Prochlorococcus and Other Photosynthetic Picoplankton


The smallest yet most abundant photosynthetic organism on earth is the marine cyanobacterium, Prochlorococcus, which represent a key component in marine ecology and global biogeochemical cycles. This tiny cell is extremely successful, dominating throughout the surface photic zone of the subtropical and tropical low nutrient, oligotrophic regions of the world's oceans from ∼45 °N to 40 °S. It has evolved to be an oligotrophic specialist, through a reduction in cell size, a streamlined genome and a reduced cellular requirement for the limited resources available in this environment. The ability to examine the abundance and distribution of Prochlorococcus in the wild, and measure its genomic and metabolic properties in the lab and field, has made Prochlorococcus a model system for advancing our understanding of the ecology of marine microbes.

Key Concepts:

  • The smallest photosynthetic cells in the oceans (picophytoplankton) dominate numerically and contribute significantly to primary production on a global scale.

  • Prochlorococcus is a cyanobacterium with a reduced cell size and streamlined genome providing it with advantages over other phytoplankton in oligotrophic oceans around the world.

  • The ability to measure genomic and metabolic properties in natural populations and isolates, and the ability to follow population dynamics, makes Prochlorococcus an excellent model system for studying microbial ecology on all scales.

Keywords: marine cyanobacteria; phytoplankton; biological oceanography; ecophysiology; microbial genomics

Figure 1.

(a) Epifluorescence micrograph of cultured Prochlorococcus and Synechococcus cells. The red is the chlorophyll fluorescence that occurs when the cells are exposed to blue light (excitation wavelength is 488 nm, and emission wavelength is 670 nm long pass). Contrast was adjusted after photo was taken to better visualise cells. Figure courtesy of Abraham Lorrain, University of Southern Maine. (b) Transmission electron micrograph of ProchlorococcusMED4. Figure courtesy of SW Chisholm Lab, Massachusetts Institute of Technology.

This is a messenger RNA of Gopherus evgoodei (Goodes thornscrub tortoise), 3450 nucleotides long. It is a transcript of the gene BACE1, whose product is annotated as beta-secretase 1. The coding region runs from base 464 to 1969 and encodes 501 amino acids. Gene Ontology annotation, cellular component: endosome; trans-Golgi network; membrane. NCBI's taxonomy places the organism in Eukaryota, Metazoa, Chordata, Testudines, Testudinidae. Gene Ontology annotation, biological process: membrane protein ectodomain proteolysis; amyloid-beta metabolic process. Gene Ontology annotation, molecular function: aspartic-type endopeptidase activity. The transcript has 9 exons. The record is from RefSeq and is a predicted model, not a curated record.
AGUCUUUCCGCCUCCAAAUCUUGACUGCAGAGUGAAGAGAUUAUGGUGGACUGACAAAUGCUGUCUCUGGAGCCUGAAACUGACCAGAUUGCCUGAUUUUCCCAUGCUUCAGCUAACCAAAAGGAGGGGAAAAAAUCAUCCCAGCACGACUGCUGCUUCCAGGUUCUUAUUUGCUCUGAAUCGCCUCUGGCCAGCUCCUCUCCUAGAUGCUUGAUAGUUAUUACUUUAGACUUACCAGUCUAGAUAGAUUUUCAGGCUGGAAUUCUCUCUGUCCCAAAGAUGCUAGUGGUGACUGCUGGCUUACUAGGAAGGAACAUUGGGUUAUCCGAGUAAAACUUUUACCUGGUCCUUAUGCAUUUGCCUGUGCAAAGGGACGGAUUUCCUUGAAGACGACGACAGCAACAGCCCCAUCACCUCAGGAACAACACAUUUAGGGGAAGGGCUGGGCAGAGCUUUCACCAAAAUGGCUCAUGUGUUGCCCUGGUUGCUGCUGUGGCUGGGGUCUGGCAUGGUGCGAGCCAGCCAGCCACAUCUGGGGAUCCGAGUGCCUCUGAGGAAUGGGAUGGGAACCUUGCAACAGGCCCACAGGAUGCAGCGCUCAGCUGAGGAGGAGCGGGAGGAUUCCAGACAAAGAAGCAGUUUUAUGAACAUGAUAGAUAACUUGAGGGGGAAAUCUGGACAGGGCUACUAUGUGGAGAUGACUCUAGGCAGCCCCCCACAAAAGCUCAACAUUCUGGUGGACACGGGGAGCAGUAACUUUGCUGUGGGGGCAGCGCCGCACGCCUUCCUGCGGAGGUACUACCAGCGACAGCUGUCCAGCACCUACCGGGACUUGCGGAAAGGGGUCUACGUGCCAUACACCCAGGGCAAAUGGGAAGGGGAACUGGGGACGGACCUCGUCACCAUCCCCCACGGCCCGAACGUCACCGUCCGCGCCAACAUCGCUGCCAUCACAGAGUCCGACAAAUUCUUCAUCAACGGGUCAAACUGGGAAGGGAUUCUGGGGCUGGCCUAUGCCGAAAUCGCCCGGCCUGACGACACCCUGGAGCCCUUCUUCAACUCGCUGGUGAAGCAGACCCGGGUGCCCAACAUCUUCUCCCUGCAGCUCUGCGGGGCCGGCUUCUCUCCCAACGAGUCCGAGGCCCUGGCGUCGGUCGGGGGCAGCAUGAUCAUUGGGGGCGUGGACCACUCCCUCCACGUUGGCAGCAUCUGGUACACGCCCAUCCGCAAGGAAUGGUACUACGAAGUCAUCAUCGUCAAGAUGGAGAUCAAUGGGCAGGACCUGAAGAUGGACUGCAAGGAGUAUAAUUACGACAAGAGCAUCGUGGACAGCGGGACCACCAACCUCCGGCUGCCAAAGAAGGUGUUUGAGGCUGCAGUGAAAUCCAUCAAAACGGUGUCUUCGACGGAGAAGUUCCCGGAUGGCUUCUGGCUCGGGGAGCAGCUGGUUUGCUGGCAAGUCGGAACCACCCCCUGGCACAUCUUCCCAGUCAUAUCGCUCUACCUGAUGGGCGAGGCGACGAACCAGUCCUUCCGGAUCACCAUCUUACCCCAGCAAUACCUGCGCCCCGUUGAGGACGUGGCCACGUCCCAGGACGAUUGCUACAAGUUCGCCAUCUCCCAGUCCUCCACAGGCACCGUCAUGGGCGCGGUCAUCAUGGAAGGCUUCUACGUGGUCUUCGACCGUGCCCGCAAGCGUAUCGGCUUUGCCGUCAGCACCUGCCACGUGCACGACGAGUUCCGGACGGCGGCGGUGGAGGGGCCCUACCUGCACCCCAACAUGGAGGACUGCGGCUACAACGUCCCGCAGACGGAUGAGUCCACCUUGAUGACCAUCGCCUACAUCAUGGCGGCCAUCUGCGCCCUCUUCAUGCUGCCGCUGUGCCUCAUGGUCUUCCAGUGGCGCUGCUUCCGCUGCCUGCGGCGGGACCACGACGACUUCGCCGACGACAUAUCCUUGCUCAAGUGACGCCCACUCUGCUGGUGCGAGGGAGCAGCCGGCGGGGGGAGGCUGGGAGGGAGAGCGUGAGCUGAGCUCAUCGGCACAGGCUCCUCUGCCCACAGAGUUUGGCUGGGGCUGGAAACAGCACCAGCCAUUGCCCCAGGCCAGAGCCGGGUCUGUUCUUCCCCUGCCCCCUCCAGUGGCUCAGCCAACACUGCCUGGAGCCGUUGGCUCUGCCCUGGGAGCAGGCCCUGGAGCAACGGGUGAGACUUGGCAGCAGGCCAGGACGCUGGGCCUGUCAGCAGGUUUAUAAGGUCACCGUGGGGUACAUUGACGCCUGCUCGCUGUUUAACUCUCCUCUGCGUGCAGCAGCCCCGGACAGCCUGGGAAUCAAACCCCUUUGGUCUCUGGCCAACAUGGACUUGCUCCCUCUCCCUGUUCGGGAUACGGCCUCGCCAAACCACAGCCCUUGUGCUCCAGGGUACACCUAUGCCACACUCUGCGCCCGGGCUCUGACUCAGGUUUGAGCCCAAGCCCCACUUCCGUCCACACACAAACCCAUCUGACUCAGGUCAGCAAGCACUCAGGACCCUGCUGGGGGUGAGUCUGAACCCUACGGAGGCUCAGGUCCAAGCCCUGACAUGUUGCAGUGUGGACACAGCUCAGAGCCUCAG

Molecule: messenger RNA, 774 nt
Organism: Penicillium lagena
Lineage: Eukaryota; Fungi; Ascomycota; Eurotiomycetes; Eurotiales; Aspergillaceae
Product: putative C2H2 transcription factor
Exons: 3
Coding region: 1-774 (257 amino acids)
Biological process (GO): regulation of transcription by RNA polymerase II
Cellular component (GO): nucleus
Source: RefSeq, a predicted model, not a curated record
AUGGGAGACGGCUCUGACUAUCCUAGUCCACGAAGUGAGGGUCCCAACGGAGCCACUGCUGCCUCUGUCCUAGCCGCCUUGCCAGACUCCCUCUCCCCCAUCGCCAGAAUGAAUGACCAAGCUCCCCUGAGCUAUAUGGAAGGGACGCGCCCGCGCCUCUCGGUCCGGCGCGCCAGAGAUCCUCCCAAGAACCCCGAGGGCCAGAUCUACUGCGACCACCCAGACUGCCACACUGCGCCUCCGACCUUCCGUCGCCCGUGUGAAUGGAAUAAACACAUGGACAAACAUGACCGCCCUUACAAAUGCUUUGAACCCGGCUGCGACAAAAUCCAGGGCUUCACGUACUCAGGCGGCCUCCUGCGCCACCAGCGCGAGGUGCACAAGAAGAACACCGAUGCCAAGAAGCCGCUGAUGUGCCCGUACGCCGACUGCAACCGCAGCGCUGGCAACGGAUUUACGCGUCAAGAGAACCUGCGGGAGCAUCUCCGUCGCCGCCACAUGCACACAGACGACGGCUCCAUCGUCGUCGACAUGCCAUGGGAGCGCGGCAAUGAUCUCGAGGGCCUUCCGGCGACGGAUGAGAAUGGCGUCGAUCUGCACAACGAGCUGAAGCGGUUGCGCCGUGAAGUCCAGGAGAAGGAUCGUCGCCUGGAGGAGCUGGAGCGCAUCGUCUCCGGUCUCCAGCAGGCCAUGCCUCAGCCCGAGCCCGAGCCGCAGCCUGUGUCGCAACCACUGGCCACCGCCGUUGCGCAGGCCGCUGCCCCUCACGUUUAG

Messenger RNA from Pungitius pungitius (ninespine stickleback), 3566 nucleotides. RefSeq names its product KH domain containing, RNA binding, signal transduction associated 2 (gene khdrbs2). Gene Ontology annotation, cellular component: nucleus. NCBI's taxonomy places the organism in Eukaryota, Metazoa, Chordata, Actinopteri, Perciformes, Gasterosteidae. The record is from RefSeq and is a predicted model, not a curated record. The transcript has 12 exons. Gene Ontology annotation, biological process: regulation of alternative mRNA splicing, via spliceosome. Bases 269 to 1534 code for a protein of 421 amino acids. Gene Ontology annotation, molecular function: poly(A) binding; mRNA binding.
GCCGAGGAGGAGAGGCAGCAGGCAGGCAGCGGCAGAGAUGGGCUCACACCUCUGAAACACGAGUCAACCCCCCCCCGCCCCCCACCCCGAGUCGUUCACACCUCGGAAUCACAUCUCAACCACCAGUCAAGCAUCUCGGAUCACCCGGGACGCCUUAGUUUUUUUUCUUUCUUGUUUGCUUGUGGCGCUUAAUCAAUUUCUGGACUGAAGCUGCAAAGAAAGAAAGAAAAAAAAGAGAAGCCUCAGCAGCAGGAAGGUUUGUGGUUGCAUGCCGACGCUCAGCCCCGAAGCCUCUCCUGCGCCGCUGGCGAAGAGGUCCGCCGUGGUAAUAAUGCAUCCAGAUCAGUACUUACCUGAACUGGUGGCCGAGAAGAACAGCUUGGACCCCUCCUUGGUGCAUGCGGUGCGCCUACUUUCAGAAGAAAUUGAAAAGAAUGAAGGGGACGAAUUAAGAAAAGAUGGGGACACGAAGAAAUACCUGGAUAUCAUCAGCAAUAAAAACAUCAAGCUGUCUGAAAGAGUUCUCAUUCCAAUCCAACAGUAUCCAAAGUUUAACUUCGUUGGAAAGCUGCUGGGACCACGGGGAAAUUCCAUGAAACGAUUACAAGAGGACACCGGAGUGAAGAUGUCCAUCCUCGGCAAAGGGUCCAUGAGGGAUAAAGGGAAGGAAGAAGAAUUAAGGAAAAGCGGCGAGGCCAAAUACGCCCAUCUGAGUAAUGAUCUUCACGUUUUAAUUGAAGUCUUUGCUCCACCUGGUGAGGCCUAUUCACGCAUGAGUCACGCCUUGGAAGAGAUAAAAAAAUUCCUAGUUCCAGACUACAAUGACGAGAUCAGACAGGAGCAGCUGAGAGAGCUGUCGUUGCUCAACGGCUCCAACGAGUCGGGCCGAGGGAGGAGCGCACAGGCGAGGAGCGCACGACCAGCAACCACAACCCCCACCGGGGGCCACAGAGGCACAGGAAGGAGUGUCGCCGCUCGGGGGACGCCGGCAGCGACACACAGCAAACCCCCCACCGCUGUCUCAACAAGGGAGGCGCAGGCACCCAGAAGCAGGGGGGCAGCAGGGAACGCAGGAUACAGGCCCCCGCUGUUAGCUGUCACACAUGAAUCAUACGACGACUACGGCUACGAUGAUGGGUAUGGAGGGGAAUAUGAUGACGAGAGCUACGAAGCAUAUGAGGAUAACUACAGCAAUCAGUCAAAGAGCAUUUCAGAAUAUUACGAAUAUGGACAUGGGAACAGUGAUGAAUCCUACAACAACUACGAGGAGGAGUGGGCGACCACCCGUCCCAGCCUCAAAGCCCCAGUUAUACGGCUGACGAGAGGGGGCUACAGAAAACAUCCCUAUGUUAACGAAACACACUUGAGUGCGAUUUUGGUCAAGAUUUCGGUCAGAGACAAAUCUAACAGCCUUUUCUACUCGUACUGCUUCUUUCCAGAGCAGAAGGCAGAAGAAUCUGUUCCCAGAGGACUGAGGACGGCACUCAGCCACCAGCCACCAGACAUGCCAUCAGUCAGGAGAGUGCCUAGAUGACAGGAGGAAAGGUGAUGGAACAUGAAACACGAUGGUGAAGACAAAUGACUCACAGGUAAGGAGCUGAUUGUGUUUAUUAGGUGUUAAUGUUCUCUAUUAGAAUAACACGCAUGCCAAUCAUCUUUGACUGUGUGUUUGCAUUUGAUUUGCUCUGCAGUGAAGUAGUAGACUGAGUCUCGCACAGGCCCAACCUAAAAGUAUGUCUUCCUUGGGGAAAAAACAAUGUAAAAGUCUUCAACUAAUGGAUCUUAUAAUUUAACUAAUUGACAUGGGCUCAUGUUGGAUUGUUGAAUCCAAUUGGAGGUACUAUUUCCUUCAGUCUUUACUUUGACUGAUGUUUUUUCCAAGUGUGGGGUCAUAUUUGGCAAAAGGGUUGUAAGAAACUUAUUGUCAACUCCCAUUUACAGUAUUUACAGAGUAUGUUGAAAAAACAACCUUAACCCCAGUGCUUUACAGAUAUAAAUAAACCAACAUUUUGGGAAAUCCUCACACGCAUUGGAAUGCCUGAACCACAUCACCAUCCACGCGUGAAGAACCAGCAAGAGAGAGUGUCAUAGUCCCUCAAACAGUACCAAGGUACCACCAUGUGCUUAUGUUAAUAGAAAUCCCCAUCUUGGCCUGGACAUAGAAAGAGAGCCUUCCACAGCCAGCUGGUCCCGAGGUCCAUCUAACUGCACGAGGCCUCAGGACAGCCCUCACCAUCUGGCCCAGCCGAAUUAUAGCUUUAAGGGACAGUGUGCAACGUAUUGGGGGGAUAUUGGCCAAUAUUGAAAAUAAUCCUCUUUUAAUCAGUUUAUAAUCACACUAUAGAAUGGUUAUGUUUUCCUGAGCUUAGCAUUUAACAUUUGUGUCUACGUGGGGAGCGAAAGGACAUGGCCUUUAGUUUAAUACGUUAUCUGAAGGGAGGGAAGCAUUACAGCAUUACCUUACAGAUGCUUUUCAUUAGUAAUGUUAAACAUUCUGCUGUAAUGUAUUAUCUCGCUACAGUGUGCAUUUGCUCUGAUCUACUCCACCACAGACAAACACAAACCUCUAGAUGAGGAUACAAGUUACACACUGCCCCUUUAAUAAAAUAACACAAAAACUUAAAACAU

Figure 2.

Flow cytometric dot plots (‘signatures’) of scatter and fluorescence obtained for a marine sample collected in the Pacific Ocean at a depth of 65 m (OLIPAC cruise, Cast 94, 5°S to 150°W). (a) Red (chlorophyll) fluorescence versus forward scattered light; (b) Red fluorescence versus side scatter; (c) Red versus orange (phycoerythrin) fluorescence; (d) Orange fluorescence versus side scatter. Prochlorococcus (Proc), Synechoccccus (Syn) and picoeukaryotes (Euk) are discriminated on the basis of the autofluorescence of their natural pigments, chlorophyll or phycoerythrin. 0.95‐μm fluorescent beads were added as internal reference. Reproduced with permission from Marie et al. .

Figure 3.

Neighbour‐joining phylogenetic tree of ITS sequences (not including sequences from the tRNAs). Numbers at nodes are support values (bootstrap values) of MegaNJ and MegaME respectively. Black dots indicate culture isolates that have their complete genome sequenced, black triangles indicate novel cultured isolates and undesignated sequences are from environmental DNA samples. Novel culture isolates have their isolation location preceding their isolate name (HOT‐Hawaii Ocean Time‐series, BATS‐Bermuda Atlantic Time‐Series, UH‐University of Hawaii and SA‐South Atlantic). Clade designations have been determined from Lavin et al. . Environmental DNA samples are from Lavin et al. (LLI‐VI), Martiny et al. (NC1) and Rocap et al. (HL). Grey box indicates novel isolates that have been isolated and maintained in nitrate containing media. Statistical evaluation of tree topologies was performed by bootstrap analysis with 100 resamplings. Environmental DNA samples and culture isolate names are denoted by their GenBank accession numbers. Figure courtesy of Kathryn H. Roache‐Johnson, University of Southern Maine.



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Further Reading

Bang M and Chisholm P (2009) Living Sunlight: How Plants Bring Life to the Earth. New York: Blue Sky Press/Scholastic. 43pp. (a children's book on Photosynthesis).

Chen M and Bibby TS (2005) Photosynthetic apparatus of antenna‐reaction centres supercomplexes in oxyphotobacteria: Insight through significance of Pcb/IsiA proteins. Photosynthesis Research 86: 165–173.

Herrero A and Flores E (eds) (2008) The Cyanobacteria: Molecular Biology, Genomics and Evolution, 484pp. Norwich, UK: Caister Academic Press.

Kirchman DL and Mitchell R (eds) (2008) Microbial Ecology of the Oceans, 2nd ed., 620pp. New York: Wiley.

Lindell D and Post AF (1995) Ultraphytoplankton succession is triggered by deep winter mixing in the Gulf of Aqaba (Eilat), Red Sea. Limnology & Oceanography 40: 1130–1141.

Morel A, Ahn Y‐H, Partensky F, Vaulot D and Claustre H (1993) Prochlorococcus and Synechococcus: a comparative study of their optical properties in relation to their size and pigmentation. Journal of Marine Research 51: 617–649.

Nadis S (2003) The Cells that Rule the Seas. Scientific American, 52f. December.‐0078‐1FA8‐807883414B7F0000.

Palca J (2008) The Most Important Microbe You've Never Heard Of, National Public Radio Morning Edition. Available at on June 13, 2008.

Paul JH and Sullivan MB (2005) Marine phage genomics: what have we learned? Current Opinion in Biotechnology 16: 299–307.

Van Mooy BAS, Fredricks HF, Pedler BE et al. (2009) Phytoplankton in the ocean use non‐phosphorus lipids in response to phosphorus scarcity. Nature 458: 69–72.

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How to Cite close
Moore, Lisa R(Dec 2010) Prochlorococcus and Other Photosynthetic Picoplankton. In: eLS. John Wiley & Sons Ltd, Chichester. [doi: 10.1002/9780470015902.a0022840]